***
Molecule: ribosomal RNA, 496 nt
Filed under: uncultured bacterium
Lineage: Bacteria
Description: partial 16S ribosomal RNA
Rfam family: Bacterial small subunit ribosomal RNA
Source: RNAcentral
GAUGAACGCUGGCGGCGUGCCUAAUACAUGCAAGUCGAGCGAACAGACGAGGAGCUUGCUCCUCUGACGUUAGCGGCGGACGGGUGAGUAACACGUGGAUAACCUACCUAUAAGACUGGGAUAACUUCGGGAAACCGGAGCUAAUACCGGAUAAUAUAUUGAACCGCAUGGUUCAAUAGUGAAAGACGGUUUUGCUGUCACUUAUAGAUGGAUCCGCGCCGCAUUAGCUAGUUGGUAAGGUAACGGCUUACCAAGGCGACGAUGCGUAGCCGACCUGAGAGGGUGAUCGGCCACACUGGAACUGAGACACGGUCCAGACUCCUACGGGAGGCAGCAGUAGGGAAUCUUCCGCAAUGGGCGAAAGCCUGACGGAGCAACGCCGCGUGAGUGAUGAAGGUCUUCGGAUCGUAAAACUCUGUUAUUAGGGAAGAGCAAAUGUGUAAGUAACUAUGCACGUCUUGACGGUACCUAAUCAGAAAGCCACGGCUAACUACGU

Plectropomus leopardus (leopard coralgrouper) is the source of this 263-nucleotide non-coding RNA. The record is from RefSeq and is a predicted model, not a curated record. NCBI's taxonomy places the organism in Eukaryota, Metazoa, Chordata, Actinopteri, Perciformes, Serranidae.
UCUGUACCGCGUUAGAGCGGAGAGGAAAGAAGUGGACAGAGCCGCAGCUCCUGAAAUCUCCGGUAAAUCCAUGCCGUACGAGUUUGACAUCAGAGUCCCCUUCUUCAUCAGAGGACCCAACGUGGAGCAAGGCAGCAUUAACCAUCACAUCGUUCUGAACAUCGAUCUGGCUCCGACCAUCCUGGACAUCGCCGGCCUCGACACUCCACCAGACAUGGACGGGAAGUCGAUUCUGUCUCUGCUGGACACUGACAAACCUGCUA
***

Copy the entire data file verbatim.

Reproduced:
Molecule: ribosomal RNA, 496 nt
Filed under: uncultured bacterium
Lineage: Bacteria
Description: partial 16S ribosomal RNA
Rfam family: Bacterial small subunit ribosomal RNA
Source: RNAcentral
GAUGAACGCUGGCGGCGUGCCUAAUACAUGCAAGUCGAGCGAACAGACGAGGAGCUUGCUCCUCUGACGUUAGCGGCGGACGGGUGAGUAACACGUGGAUAACCUACCUAUAAGACUGGGAUAACUUCGGGAAACCGGAGCUAAUACCGGAUAAUAUAUUGAACCGCAUGGUUCAAUAGUGAAAGACGGUUUUGCUGUCACUUAUAGAUGGAUCCGCGCCGCAUUAGCUAGUUGGUAAGGUAACGGCUUACCAAGGCGACGAUGCGUAGCCGACCUGAGAGGGUGAUCGGCCACACUGGAACUGAGACACGGUCCAGACUCCUACGGGAGGCAGCAGUAGGGAAUCUUCCGCAAUGGGCGAAAGCCUGACGGAGCAACGCCGCGUGAGUGAUGAAGGUCUUCGGAUCGUAAAACUCUGUUAUUAGGGAAGAGCAAAUGUGUAAGUAACUAUGCACGUCUUGACGGUACCUAAUCAGAAAGCCACGGCUAACUACGU

Plectropomus leopardus (leopard coralgrouper) is the source of this 263-nucleotide non-coding RNA. The record is from RefSeq and is a predicted model, not a curated record. NCBI's taxonomy places the organism in Eukaryota, Metazoa, Chordata, Actinopteri, Perciformes, Serranidae.
UCUGUACCGCGUUAGAGCGGAGAGGAAAGAAGUGGACAGAGCCGCAGCUCCUGAAAUCUCCGGUAAAUCCAUGCCGUACGAGUUUGACAUCAGAGUCCCCUUCUUCAUCAGAGGACCCAACGUGGAGCAAGGCAGCAUUAACCAUCACAUCGUUCUGAACAUCGAUCUGGCUCCGACCAUCCUGGACAUCGCCGGCCUCGACACUCCACCAGACAUGGACGGGAAGUCGAUUCUGUCUCUGCUGGACACUGACAAACCUGCUA